Last weekend when we were in Queenstown we had rabbit for dinner. We had been driving into town when a large rabbit (not a bunny- a rabbit) darted in front of our car. We missed it but the driver behind us ran it right over. Jordan, a friend of mine, is all about not wasting any type of food and graciously taking any free food available (we had picked apples and chestnuts off road-side trees and watercress from the side of a river during the trip as well). Chris, the friend Jordan had invited to join us on the trip regularly hunts and eats rabbit. You see where this is going.
We turned around, Chris snapped the suffering rabbits neck, we bagged it and took it to a nearby park where he taught us the process of skinning, gutting, and cleaning a rabbit (unfortunately just as a group of school kids was meandering about. Oops). Just a reminder- I am not crazy, but the whole process was sssoooo cool! I’ve seen goats slaughtered and prepared for cooking, chicken and fish, but I’ve never been thoroughly involved in the process from beginning to end. By the end of this all of our hands were covered in blood and we had huge sh**-eating grins on our faces. There’s a high you experience when you do something survivalist, innate, an act that’s been sustaining life through the course of time. In the States we’re so removed from the process of acquiring our own food. I probably sound like some panzie to those people out there that do this on a regular basis (quite a few Kiwis actually), but it felt so good to get back that part of what being human and a member of the food chain is all about.
That afternoon we drove up an old miner road snaking around the rolls of the Remarkable mountain range with sheer cliffs on either side. Hanging out the windows of the car during all of this was quite an exhilarating experience. The view was spectacular and our campsite was the perfect place to start a fire and roast our rabbit. It was delicious- tasted like a mix between chicken and turkey, and oh-so juicy. I enjoyed it so immensely that Chris offered to take me rabbit hunting. Of course I jumped on the offer.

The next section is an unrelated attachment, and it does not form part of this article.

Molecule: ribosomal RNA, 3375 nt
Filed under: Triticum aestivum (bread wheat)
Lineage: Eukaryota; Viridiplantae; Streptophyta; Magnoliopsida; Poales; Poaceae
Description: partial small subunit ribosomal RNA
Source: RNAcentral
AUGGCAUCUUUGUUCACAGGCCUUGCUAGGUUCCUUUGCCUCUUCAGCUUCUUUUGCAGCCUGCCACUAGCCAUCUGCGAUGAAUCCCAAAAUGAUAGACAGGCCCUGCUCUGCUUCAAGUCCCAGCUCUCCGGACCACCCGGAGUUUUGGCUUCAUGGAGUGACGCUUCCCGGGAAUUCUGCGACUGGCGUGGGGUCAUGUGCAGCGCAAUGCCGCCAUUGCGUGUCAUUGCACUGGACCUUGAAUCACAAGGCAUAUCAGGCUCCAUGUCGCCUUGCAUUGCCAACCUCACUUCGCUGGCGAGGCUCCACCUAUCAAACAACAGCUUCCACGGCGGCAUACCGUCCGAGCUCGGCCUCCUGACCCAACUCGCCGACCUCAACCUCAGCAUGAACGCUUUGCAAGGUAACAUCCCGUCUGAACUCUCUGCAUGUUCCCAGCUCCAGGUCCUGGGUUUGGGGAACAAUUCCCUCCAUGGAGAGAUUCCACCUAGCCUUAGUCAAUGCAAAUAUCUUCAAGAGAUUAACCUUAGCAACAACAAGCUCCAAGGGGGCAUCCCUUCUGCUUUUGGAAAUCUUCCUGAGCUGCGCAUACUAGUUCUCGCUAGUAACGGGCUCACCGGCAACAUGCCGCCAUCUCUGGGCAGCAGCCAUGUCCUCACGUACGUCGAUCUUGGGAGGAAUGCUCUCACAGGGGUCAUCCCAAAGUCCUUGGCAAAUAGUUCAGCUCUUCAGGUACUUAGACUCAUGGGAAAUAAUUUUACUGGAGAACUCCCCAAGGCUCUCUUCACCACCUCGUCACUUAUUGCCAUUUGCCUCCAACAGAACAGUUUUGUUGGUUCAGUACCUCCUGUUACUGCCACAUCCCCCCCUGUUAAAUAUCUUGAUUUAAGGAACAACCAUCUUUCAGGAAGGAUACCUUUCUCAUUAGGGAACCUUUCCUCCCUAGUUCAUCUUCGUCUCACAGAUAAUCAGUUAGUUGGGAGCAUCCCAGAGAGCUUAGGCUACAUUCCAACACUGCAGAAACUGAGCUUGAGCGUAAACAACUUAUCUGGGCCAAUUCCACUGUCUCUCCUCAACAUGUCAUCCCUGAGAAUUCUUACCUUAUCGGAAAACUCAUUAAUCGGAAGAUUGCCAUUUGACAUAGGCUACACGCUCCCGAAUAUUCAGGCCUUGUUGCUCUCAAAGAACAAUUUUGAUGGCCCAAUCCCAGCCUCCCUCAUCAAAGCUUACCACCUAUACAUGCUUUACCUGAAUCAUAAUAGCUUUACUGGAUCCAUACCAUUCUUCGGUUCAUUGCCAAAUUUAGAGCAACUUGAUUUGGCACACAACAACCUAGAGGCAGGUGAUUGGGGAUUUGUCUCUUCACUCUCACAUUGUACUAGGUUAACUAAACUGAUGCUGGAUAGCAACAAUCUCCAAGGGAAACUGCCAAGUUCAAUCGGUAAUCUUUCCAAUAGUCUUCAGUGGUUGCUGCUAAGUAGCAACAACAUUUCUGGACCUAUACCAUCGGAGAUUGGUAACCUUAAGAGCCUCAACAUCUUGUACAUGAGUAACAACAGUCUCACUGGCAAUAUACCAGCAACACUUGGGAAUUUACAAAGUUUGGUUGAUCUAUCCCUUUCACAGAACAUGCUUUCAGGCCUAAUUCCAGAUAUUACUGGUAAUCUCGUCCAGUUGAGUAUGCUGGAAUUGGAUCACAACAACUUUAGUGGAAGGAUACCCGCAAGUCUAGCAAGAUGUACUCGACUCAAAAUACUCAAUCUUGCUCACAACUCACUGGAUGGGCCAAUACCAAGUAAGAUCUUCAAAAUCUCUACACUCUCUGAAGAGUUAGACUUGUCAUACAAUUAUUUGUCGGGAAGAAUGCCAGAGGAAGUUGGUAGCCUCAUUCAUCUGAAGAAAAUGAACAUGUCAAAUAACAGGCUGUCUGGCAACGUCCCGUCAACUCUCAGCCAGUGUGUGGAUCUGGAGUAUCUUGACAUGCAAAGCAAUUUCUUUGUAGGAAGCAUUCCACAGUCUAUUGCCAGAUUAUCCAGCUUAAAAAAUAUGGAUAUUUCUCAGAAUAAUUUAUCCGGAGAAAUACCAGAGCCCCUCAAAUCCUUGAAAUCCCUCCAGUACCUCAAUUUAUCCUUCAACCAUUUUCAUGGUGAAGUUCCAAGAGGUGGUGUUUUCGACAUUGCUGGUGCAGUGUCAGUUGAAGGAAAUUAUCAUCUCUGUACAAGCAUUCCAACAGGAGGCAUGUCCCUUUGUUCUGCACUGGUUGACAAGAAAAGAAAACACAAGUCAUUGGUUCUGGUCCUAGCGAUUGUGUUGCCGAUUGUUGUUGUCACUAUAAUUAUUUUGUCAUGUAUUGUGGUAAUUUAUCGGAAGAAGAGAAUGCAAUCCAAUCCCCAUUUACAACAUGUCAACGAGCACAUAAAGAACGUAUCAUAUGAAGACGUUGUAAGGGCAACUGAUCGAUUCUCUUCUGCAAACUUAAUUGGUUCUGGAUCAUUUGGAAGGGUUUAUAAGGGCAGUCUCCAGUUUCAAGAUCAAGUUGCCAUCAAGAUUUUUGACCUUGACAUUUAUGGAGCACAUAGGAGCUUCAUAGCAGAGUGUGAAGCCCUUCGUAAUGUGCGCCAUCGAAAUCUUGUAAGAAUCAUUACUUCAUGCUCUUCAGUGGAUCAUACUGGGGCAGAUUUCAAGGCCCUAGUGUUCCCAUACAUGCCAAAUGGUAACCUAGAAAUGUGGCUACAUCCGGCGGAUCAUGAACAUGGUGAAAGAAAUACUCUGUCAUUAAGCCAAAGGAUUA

Yesterday he took me to his grandparent’s farm where I shot a real gun for the first time. Not to toot my own horn but I have pretty good aim. Apparently years of shooting my little brothers with airsoft guns has paid off. After getting comfortable with the gun we stalked for over an hour through the hills. Even though they’re a pest and I’ve never not seen a rabbit out in a pasture, we didn’t see a single one. Chris claimed it was bad luck, and with mine of late that would make sense, but it could also be that some force of nature knew that I just wasn’t ready yet to shoot at a live thing. I loved every bit of all of the learning before- how to skin the rabbit, gut it, cook it, and now shoot a gun, tread lightly and belly crawl while stalking what we thought was a bunny-turned-grass clump, and even pretend to fend off a pursuing line of zombies to practice quick reloading speeds, but what if I don’t aim perfectly and I put the thing through a lot of pain before Chris can finish it off? Maybe a couple more goes and I’ll be ready to help the fight against one of New Zealand’s greatest pests, but for now I’m happy shooting at invisible zombies.